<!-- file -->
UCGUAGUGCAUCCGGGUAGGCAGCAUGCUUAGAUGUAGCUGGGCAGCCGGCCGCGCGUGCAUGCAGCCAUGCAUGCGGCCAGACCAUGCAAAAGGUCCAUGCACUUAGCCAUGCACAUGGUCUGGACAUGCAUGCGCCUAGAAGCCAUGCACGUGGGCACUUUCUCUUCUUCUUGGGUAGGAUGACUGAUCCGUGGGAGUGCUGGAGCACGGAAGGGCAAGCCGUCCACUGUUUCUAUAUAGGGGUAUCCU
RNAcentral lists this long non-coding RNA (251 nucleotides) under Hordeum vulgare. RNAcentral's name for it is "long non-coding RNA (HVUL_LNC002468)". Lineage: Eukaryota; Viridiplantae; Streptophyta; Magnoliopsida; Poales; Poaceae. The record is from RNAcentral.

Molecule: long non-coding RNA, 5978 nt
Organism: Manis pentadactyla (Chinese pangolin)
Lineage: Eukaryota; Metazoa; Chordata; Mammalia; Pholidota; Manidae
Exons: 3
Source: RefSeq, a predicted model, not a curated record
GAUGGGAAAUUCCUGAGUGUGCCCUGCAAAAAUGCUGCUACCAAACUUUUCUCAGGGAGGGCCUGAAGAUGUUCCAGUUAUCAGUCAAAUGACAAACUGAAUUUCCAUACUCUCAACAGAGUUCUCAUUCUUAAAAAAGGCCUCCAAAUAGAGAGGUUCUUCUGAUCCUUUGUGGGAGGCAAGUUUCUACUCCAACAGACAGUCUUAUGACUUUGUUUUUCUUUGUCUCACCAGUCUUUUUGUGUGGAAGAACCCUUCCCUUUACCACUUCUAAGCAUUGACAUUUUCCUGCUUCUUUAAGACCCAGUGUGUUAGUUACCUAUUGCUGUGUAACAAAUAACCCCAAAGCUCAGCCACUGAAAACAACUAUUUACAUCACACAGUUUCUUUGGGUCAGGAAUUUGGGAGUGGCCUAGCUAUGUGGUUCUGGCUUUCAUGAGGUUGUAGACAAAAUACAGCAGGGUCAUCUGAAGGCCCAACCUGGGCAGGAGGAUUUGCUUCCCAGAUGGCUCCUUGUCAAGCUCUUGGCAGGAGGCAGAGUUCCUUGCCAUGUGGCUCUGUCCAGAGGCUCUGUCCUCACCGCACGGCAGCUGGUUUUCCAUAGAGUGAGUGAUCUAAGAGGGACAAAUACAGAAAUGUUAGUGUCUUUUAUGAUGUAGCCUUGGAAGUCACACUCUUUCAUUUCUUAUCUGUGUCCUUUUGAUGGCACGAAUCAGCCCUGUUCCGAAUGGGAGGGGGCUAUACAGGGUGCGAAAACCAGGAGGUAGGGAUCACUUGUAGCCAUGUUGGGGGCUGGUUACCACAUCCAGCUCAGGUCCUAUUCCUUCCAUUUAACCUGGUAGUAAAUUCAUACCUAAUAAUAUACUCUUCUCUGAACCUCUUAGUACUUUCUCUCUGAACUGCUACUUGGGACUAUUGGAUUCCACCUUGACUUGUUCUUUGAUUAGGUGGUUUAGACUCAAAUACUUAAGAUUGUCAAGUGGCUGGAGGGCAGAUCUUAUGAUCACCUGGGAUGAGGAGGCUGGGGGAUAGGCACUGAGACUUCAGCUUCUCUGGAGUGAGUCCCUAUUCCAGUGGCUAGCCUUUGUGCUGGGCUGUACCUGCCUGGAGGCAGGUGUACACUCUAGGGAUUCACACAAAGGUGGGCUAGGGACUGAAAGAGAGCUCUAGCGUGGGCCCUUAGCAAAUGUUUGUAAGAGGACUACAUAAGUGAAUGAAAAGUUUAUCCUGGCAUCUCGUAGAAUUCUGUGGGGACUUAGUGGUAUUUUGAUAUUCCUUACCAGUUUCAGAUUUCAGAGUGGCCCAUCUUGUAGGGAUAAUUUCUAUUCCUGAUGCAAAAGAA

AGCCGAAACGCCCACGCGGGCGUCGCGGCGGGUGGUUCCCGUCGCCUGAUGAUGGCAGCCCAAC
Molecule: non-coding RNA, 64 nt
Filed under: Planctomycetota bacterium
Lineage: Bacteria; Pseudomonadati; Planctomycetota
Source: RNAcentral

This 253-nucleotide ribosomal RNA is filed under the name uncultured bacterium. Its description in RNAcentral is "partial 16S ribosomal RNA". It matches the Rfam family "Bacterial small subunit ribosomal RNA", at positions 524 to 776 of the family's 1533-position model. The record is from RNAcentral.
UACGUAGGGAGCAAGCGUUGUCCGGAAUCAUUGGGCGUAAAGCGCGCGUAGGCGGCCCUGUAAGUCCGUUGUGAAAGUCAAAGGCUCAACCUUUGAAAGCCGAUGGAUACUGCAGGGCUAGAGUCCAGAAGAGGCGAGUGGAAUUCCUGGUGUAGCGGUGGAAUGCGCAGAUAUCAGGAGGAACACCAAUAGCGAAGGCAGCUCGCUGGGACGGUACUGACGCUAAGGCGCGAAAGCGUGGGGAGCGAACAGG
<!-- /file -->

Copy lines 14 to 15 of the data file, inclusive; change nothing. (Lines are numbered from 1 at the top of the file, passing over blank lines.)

This 253-nucleotide ribosomal RNA is filed under the name uncultured bacterium. Its description in RNAcentral is "partial 16S ribosomal RNA". It matches the Rfam family "Bacterial small subunit ribosomal RNA", at positions 524 to 776 of the family's 1533-position model. The record is from RNAcentral.
UACGUAGGGAGCAAGCGUUGUCCGGAAUCAUUGGGCGUAAAGCGCGCGUAGGCGGCCCUGUAAGUCCGUUGUGAAAGUCAAAGGCUCAACCUUUGAAAGCCGAUGGAUACUGCAGGGCUAGAGUCCAGAAGAGGCGAGUGGAAUUCCUGGUGUAGCGGUGGAAUGCGCAGAUAUCAGGAGGAACACCAAUAGCGAAGGCAGCUCGCUGGGACGGUACUGACGCUAAGGCGCGAAAGCGUGGGGAGCGAACAGG